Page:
6 April 2022 THE END OF EASY MONETARY POLICY - By Dr. Francois Stofberg, Managing Director: Efficient Private Clients
In global markets: This past month has been all about the war in the Ukraine and its impact on the global economy. The war has almost caused investors to forget about the long-term shift in monetary policy that finally started when the United States (US) Federal Reserve (Fed) increased its interest rates. Although we doubt it, many experts believe that the Fed will increase its interest rates by another 1.65% in 2022 to try and curb record-high inflation in the US. The war’s impact on the global economy will mostly be felt in the short term, with some lingering effects that might remain in the medium term. One example is oil and grain prices that might spike in the short term but should decrease again once the dust settles. But changing a more than a decade long trend of easy money that caused interest rates to fall into negative territories, balance sheets of central banks to explode, and debt levels and asset prices to skyrocket, will probably hurt a lot more for a lot longer. In this way, the war might be the spark that sets any one of these growing global concerns aflame.
I have explained for quite some time now that having run this experiment of easy monetary policy over such an extended period will undoubtedly leave the world with a severe hangover; you simply do not get over a decade-long addiction. And the hurt of initially having to pay near zero interest rates, to maybe paying 1.9%, is not something that an American household’s budget can ignore. Some argue that we might have stagflation, that is, high inflation coupled with below-average economic growth for a prolonged period. Others foresee a major recession and a slow recovery; yield curves in the US that are slowly starting to invert are a worrying sign of a possible recession. Whatever the case may be, we advise our clients to adjust their strategies toward the long term and to use corrections as buying opportunities; this is not something that should be feared. With this outlook, you need not concern yourself with short-term uncertainty or volatility. We have learnt that trying to time the market, or even a recession, is not something worth attempting. There is a lot more value that can be created by being patient and investing through the short-term volatility.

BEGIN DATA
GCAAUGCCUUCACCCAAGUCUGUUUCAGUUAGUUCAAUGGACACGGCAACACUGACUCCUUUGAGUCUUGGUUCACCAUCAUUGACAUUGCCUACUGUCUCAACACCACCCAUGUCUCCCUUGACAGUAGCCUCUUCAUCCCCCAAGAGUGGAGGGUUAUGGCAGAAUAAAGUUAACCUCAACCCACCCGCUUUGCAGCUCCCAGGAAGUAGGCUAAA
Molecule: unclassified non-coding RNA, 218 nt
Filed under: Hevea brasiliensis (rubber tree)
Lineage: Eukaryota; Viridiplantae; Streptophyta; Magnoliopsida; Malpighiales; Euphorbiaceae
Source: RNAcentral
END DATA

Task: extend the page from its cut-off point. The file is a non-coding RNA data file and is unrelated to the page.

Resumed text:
In South Africa (SA): What might have appeared to be an early April Fools’ joke, simply because it was too good to be true, turned out to be very good news for South Africans. Initially, we thought the petrol price would increase somewhere between R1.73 and R1.81, and the diesel price between R2.97 and R3.12, but then government intervened and announced that they would cut the fuel levy by R1.50. Even more clever was their decision to sell R6 billion worth of government strategic oil reserves to fund the tax cut, which means that government’s debt will not increase because of the cut. Other plans that government has will further decrease the fuel price by about R0.13. Our base case is still that the oil price will gradually decline whilst the rand remains strong, meaning that the fuel price should, on average, continue to decrease over the short and medium term. As we have shown, even in a worst-case scenario where the oil price sustains levels around $185 a barrel, and the rand depreciates and remains around R15.50, consumer prices should remain below 8%, and is, therefore, not something to be too concerned about. We did, however, encourage our clients to speak to their financial advisors to plan for potential interest rate increases, which many believe can still increase by another 1% to 1.5% over the next 12 months.
Nevertheless, what I found astonishing about government’s recent announcement is that they are, once again, acting on SA’s needs. In the past, government was plagued by big ideas that lacked execution. But since President Ramaphosa took office, I have not heard about big plans, but have rather seen action and accountability. Government acted on the many corruption scandals by axing big political players. Government acted on and privatised South African Airways, and now they are set to do the same to Transnet and portions of Eskom. They also reduced civil servant wage increases. The next step is to improve the ease of doing business in SA, which includes labour laws that do not exclude and that make it easier to hire and fire.